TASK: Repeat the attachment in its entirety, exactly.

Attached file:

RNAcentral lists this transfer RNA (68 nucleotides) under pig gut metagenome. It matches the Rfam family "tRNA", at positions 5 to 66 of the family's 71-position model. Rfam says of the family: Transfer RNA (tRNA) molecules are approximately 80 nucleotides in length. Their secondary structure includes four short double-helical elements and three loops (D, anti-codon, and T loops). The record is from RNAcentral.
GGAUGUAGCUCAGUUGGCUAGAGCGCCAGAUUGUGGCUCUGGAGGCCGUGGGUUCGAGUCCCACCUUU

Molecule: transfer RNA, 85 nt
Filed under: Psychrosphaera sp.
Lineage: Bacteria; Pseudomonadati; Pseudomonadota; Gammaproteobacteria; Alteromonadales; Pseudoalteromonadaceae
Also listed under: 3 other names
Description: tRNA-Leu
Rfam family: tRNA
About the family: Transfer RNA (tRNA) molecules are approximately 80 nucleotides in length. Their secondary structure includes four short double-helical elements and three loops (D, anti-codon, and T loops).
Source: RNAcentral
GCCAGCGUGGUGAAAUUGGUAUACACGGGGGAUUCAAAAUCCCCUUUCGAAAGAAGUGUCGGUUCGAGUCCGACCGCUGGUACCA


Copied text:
RNAcentral lists this transfer RNA (68 nucleotides) under pig gut metagenome. It matches the Rfam family "tRNA", at positions 5 to 66 of the family's 71-position model. Rfam says of the family: Transfer RNA (tRNA) molecules are approximately 80 nucleotides in length. Their secondary structure includes four short double-helical elements and three loops (D, anti-codon, and T loops). The record is from RNAcentral.
GGAUGUAGCUCAGUUGGCUAGAGCGCCAGAUUGUGGCUCUGGAGGCCGUGGGUUCGAGUCCCACCUUU

Molecule: transfer RNA, 85 nt
Filed under: Psychrosphaera sp.
Lineage: Bacteria; Pseudomonadati; Pseudomonadota; Gammaproteobacteria; Alteromonadales; Pseudoalteromonadaceae
Also listed under: 3 other names
Description: tRNA-Leu
Rfam family: tRNA
About the family: Transfer RNA (tRNA) molecules are approximately 80 nucleotides in length. Their secondary structure includes four short double-helical elements and three loops (D, anti-codon, and T loops).
Source: RNAcentral
GCCAGCGUGGUGAAAUUGGUAUACACGGGGGAUUCAAAAUCCCCUUUCGAAAGAAGUGUCGGUUCGAGUCCGACCGCUGGUACCA